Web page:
When it comes to stock valuation, it makes sense that the fastest growing industries should command the highest valuations. And as we will show, in general this holds true. However, there are always exceptions and this is where one can find interesting mispricings.
Let's set up the data for a moment. In the table below, the data used for this post is "as reported" and is aggregated on an equal-weighted basis using the entire MSCI World Index. The table shows various metrics based on industry group. We show the 10-year least squares growth rate percentage per share across sales, EPS, book value, cash flow, and dividends in columns 2-6. In columns 7-10 we show current valuation multiples using cash flow, earnings, sales, and book value. Finally, in the last three columns we show current yields such as the dividend yield, operating cash flow yield, and free cash flow yield. The conditional formatting is used to help quickly identify trends. Green is high and red is low. Finally, the table is sorted based on the P/CF column.
Source: Gavekal Capital
What quickly becomes apparent based solely on the formatting is in general, the green cells line up with the green cells (high growth with high valuations) and the red cells line up with red cells (low growth with low valuations). However, there are few exceptions and that is what we want to focus on.
The first exception is clearly Real Estate. Real Estate seems insanely overpriced given the past 10 years of growth it has delivered. Granted there was a major boom-bust cycle during this time. However, does 2.2% annualized sales growth really deserve a 4.2x sales multiple? Or how about 1.8% annualized cash flow growth currently being priced at over a 20x multiple! The industry does have a solid dividend yield (3.4%) and on a price to book basis seems more reasonable (1.8x). But overall, it seems to us that Real Estate is trading at unworthy valuations multiples at the moment.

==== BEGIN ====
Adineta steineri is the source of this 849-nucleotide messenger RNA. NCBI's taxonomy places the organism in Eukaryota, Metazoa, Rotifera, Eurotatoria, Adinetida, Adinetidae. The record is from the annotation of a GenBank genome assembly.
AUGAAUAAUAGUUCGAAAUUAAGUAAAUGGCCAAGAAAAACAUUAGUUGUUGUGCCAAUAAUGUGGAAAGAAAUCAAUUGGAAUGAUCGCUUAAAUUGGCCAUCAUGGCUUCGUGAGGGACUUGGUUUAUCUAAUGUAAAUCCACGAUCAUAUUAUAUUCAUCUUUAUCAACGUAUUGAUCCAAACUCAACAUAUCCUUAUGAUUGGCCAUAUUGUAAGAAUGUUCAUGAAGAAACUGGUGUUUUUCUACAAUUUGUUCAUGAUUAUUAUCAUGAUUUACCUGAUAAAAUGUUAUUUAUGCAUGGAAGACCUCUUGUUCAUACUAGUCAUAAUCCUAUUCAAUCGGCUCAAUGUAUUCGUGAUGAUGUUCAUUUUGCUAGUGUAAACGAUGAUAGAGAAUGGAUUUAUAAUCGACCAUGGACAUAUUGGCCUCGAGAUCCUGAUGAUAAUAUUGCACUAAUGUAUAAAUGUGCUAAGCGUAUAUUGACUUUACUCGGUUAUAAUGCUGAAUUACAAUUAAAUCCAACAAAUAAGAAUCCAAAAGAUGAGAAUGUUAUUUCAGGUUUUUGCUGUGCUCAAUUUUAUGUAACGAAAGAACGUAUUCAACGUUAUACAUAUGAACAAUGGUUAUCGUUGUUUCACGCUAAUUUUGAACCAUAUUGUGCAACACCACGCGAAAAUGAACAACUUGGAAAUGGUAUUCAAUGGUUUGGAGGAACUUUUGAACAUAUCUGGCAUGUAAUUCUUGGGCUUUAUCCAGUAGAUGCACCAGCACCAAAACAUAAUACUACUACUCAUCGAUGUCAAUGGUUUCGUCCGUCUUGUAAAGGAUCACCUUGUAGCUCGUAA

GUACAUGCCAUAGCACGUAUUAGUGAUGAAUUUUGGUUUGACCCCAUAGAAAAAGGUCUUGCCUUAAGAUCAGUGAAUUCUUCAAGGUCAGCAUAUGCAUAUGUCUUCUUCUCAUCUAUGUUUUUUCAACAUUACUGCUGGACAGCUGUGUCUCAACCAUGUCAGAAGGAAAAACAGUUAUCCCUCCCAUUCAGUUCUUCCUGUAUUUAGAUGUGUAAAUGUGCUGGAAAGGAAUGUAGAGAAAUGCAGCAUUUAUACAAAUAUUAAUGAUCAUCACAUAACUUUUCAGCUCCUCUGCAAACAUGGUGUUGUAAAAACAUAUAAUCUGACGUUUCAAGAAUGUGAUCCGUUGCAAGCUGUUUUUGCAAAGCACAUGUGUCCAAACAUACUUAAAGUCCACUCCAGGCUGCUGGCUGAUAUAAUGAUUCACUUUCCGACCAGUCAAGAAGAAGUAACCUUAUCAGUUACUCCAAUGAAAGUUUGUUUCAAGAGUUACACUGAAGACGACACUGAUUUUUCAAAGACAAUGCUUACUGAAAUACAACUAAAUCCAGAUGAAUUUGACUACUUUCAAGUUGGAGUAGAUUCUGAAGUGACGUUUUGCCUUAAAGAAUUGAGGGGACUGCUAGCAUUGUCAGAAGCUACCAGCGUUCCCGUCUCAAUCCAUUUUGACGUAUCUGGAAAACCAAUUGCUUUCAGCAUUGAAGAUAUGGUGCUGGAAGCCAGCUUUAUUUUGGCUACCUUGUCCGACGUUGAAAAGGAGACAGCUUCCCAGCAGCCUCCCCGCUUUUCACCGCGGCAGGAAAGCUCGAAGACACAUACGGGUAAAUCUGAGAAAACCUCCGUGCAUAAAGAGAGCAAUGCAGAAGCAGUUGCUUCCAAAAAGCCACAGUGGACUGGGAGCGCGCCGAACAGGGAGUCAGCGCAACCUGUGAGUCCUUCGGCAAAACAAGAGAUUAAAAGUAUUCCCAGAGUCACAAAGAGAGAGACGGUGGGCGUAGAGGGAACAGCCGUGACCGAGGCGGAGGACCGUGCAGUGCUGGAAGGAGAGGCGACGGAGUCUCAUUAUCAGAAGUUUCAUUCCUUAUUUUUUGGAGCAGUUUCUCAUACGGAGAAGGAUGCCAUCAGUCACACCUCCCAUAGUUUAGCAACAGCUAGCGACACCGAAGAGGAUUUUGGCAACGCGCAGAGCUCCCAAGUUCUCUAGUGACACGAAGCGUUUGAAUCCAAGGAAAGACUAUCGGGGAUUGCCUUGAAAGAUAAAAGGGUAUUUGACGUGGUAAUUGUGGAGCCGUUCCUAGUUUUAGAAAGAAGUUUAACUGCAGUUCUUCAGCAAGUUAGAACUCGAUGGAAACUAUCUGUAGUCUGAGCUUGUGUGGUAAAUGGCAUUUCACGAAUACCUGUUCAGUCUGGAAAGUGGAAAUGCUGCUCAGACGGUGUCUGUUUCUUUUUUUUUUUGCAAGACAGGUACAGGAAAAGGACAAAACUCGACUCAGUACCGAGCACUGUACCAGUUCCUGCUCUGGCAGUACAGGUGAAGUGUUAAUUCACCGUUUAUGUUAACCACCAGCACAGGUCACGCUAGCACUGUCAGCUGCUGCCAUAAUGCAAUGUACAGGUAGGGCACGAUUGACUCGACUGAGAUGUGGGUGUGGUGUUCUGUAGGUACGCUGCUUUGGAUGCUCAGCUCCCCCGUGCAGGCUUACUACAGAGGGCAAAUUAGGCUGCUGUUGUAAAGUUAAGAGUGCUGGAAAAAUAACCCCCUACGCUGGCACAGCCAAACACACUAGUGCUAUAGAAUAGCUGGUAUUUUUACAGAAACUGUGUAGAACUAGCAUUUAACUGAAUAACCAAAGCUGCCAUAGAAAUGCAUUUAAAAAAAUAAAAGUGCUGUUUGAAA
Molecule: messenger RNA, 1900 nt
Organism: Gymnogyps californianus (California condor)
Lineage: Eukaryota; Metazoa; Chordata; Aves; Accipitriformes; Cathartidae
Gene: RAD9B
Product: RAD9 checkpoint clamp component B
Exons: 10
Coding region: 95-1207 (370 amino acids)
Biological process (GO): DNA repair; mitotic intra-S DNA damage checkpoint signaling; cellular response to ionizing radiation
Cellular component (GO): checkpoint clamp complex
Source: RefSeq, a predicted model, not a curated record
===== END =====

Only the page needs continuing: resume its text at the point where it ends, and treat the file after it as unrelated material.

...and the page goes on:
On the other side of the coin, you have the Energy industry. Energy has delivered double-digit percentage book value and dividend growth over the past 10 years. Sales, EPS and Cash Flow have all grown annually at about 8-9% as well. Thus, this is a very solidly growing industry. However, it is currently trading at the third lowest price to cash flow ratio out of the 24 industries in the MSCI World. It's P/E ratio is slightly above the average for the MSCI World but in line with comparably growing industries such as the Media industry. Also in Energy favor is a solid dividend yield (2.5%).
Of course there are many reasons why certain industries can trade at certain multiples. However, when historical growth and current valuations seem very disconnected, we believe that is the perfect time to dig deeper into these areas to find interesting ideas.